"When challenged to move beyond their functional specialties and address strategic issues facing the overall business, many managers do not immediately grasp that this will involve relational—not analytical—tasks.

While our managers differed in how well they pursued operational and personal networking, we discovered that almost all of them underutilized strategic networking.

Effective leaders learn to employ networks for strategic purposes."

- How Leaders Create and Use Networks,  Harvard Business Review

A powerful network contains individuals from all three categories -- you want to be able to work efficiently (a strong operational network), you want to be able learn from other industries (a strong personal network), and you want to be able to anticipate challenges before they arise (a strong strategic network).

Evaluate your network: are you missing anything?

Build a genuine relationship focused on mutual support; contribute even when you have nothing to gain.

Strong network partnerships emerge when the both of you have something to contribute to the business relationship: advice, referrals, feedback, or even a shared client.

At its core, you want to create a mutually beneficial relationship when you network with someone. There is no immediate sale to be made, but ideally, the both of you will leave the conversation knowing exactly how the other can support your personal or professional goals.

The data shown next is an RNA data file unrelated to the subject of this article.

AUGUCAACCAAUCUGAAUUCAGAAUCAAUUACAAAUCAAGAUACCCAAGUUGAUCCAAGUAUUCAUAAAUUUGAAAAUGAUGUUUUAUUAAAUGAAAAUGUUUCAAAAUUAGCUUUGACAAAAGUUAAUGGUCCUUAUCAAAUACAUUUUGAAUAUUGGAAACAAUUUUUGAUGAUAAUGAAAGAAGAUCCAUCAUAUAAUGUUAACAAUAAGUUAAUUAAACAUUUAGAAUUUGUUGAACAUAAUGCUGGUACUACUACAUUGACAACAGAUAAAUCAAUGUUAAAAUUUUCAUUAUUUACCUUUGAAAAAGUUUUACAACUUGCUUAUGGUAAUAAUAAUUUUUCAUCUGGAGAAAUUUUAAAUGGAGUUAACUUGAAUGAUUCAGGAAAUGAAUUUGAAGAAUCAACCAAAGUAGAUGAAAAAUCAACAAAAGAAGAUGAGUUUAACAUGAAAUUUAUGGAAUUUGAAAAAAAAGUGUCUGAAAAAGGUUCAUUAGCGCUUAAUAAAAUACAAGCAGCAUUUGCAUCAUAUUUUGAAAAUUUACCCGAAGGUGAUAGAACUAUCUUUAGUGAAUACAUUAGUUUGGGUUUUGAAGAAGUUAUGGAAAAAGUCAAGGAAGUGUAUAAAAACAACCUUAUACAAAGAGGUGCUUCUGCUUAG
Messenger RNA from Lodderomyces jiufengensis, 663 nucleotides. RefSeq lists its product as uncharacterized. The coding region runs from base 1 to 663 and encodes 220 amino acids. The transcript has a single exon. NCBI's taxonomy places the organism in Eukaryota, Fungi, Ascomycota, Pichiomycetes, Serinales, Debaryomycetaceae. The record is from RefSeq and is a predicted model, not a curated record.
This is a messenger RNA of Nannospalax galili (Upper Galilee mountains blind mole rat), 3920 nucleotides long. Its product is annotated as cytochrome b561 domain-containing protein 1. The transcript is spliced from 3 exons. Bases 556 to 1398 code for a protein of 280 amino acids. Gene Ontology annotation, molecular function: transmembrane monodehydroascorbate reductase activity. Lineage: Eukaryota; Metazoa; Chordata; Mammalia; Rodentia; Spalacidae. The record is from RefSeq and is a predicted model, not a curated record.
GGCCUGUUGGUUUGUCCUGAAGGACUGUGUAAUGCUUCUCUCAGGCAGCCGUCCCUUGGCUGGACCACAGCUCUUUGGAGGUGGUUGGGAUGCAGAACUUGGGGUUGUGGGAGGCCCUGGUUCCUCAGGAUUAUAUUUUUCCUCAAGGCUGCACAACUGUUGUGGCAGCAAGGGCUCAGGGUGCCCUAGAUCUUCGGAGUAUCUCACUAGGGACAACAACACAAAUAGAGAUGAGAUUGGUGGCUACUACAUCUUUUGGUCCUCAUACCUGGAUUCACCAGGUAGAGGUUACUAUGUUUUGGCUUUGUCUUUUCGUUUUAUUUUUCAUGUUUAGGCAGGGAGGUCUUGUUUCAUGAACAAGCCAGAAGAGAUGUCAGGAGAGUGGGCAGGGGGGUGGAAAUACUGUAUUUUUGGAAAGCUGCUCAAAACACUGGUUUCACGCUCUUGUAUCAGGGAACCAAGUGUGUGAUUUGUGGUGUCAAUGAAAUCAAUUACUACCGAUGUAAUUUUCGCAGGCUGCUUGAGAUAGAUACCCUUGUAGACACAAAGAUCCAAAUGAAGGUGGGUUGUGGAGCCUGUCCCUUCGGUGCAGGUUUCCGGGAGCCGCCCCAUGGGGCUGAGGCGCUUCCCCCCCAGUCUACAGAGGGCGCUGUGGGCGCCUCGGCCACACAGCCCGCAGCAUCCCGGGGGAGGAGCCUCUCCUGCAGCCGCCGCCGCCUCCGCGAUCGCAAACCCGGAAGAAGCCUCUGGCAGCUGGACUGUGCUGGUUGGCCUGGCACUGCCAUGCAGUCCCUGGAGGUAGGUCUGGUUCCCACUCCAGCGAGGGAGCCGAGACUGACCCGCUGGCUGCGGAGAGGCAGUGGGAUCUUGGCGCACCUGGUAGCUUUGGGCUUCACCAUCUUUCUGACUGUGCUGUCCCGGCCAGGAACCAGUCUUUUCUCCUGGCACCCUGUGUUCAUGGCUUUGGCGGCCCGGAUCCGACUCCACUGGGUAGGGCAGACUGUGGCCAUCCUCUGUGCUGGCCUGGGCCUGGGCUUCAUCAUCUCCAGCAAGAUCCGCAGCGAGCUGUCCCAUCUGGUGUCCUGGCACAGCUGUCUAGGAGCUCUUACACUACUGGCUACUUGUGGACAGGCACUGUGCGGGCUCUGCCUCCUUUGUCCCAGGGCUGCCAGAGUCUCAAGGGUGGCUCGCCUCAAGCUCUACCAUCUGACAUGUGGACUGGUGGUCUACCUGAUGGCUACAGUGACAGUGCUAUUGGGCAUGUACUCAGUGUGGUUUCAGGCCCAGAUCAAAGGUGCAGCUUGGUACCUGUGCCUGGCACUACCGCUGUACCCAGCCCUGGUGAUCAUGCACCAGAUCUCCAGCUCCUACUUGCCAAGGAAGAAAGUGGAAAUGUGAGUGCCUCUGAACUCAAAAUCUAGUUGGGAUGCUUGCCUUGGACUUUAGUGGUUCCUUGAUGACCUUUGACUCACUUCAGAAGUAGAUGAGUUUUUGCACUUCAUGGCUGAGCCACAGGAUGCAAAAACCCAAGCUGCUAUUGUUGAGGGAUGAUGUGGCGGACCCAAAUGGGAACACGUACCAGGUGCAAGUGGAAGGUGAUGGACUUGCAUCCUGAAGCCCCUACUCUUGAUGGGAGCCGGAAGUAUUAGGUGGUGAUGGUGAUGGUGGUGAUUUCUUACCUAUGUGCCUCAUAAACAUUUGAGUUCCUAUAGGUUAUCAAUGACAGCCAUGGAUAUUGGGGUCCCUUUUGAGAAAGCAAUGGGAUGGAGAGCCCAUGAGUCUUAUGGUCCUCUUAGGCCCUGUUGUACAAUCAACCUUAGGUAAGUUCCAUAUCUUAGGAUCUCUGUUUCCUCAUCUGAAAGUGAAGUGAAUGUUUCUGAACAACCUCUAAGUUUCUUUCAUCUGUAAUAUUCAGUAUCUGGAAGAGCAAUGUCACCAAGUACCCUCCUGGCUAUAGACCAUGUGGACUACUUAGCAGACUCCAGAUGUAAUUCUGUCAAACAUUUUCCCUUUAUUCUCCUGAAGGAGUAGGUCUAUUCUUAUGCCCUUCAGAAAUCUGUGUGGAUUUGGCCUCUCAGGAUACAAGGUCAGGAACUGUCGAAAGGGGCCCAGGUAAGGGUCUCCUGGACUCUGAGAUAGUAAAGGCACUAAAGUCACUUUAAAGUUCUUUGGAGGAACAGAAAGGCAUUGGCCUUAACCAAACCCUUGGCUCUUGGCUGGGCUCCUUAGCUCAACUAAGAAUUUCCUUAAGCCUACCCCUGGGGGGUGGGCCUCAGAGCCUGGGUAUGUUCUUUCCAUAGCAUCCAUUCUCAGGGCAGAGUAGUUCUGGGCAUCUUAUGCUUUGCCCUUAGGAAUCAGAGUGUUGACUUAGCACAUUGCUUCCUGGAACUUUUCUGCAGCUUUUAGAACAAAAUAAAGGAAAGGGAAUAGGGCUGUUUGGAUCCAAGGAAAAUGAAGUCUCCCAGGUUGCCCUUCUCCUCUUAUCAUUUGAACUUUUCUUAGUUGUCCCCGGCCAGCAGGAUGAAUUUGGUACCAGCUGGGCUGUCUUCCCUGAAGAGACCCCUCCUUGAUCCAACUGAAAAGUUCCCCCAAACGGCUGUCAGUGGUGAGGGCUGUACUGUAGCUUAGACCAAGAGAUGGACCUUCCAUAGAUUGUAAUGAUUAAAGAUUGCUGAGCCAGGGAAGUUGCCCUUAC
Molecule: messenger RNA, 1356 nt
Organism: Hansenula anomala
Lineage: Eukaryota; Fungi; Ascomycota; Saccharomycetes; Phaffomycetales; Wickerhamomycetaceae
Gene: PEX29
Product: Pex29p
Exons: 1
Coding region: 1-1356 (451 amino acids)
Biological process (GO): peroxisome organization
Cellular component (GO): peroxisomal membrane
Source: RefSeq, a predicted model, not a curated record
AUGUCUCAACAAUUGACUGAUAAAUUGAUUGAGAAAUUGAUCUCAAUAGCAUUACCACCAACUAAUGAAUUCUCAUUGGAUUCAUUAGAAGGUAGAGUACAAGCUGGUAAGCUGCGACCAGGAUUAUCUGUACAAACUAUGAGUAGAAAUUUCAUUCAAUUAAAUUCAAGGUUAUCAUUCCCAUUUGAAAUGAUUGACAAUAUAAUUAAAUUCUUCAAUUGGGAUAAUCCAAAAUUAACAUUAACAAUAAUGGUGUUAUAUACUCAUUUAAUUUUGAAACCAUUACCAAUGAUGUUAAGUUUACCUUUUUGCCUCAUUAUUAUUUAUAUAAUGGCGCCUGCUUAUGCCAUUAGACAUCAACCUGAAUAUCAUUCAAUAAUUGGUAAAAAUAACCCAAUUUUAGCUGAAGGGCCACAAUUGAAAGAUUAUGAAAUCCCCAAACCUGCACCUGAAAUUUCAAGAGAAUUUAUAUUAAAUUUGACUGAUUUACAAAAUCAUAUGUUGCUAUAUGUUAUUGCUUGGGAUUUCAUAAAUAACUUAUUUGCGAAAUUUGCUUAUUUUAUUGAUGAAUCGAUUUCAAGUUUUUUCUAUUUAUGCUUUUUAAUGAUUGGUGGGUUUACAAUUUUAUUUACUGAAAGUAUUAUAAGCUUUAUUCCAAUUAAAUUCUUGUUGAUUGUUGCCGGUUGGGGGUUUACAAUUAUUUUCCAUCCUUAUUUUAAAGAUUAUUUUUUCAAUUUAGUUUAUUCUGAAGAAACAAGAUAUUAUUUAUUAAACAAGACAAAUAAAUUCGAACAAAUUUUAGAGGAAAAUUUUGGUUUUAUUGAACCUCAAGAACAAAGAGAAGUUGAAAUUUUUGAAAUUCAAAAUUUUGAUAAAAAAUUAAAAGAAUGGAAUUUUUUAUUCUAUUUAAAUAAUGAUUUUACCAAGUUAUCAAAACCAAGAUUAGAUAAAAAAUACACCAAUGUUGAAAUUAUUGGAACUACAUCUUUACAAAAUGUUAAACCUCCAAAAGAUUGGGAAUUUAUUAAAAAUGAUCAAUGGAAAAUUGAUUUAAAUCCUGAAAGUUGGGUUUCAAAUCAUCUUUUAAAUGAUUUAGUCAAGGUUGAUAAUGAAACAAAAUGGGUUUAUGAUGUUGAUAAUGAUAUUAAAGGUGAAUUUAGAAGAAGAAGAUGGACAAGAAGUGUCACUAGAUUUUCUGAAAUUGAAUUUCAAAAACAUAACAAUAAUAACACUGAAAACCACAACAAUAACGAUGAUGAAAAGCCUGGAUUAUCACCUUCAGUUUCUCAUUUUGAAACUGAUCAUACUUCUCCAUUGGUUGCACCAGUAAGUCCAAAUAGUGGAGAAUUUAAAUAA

"Make a genuine effort to listen to contacts and learn more about them. Offer assistance, and see how you can help them achieve their goals. When your knowledge can help other individuals be more successful, they’re going to value their relationship with you more. Be useful and offer support, without any expectation of getting something in return."

- Stephanie Baldwin,  SoftSmiths

We value most the relationships that have helped us. It goes that when you help others, they will value your relationship with them the same way.

"The best networkers do [not wait until they need something badly]: They take every opportunity to give to, and receive from, the network, whether they need help or not."

- How Leaders Create and Use Networks,  Harvard Business Review

All of our tips today came directly from readers and contributors to our Small Business Community Tips newsletter. This is a newsletter community for small business owners and employees to ask questions and get answers from their peers. If you like what you've read and would like to contribute questions and tips, and read more future issues, click here to join the newsletter.